Examples Weak: As I read about Ben Franklin, I learned many things about his life. Better: As I read about Ben Franklin, I learned that his life was filled with challenges. Weak: The article we read told three things about the White House. Better: The article we read in social studies class described three features of the White House. Weak: Our principal did two things to encourage all of the students to read more. Better: Our principal started two projects to encourage more reading in every classroom. Weak: Of all the things that we did on our trip to Florida, I liked the boat ride the best.

Better: Of all the adventures my family and I had in Florida, the speedboat ride in Clearwater was the best.


Transition Words or Phrases
Words which can be used to show time:
at about after before immediately second during first third soon after that today until meanwhile tomorrow the next day soon yesterday next later in the end as soon as finally then when not long after that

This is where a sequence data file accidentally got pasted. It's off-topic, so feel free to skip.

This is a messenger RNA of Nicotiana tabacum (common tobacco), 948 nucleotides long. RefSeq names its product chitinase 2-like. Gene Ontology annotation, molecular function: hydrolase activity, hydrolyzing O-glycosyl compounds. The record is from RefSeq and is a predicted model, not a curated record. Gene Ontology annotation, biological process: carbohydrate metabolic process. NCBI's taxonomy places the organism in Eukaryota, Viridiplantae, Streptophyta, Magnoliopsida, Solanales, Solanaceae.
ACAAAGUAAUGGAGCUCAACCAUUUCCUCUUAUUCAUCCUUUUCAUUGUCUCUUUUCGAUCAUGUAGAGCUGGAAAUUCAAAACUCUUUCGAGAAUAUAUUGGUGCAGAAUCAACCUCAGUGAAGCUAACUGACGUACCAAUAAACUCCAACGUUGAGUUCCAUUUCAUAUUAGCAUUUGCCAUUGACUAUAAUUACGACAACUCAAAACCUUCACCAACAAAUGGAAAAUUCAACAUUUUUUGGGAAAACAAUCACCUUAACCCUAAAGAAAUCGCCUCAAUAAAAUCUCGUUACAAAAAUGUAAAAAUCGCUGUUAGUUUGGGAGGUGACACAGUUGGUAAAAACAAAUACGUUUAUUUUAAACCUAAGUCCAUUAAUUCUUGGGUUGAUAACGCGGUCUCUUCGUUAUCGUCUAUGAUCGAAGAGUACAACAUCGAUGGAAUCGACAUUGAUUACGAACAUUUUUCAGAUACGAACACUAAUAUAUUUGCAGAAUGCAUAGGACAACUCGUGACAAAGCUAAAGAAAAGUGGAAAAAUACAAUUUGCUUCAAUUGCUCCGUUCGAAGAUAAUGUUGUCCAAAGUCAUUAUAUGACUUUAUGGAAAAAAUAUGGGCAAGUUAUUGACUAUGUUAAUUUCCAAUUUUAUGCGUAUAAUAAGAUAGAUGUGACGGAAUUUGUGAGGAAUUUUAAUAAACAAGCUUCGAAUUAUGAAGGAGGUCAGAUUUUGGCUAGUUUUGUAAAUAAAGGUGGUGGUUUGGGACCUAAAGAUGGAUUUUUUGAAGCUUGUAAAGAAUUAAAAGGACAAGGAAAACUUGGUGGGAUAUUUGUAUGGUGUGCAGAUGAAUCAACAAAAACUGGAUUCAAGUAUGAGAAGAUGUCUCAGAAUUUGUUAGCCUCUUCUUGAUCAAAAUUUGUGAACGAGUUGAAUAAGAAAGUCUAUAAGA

Words which can be used to compare:
in the same way at the same time likewise like as also similarly

Words which can be used to contrast:
but yet otherwise however although hand still on the other even though

Words which can be used to emphasize a point:
again for this reason in fact to repeat truly

Words which can be used to add information:
again also another and besides for example for instance next finally moreover as well along with additionally in addition

Words which can be used to conclude or summarize:
as a result therefore finally lastly in conclusion in summary

Words which can be used to clarify:
in other words for instance that is


Transitional Expressions
Make sure to choose transitions that fit and make sense for your paragraph or essay. Each new paragraph should have a transition!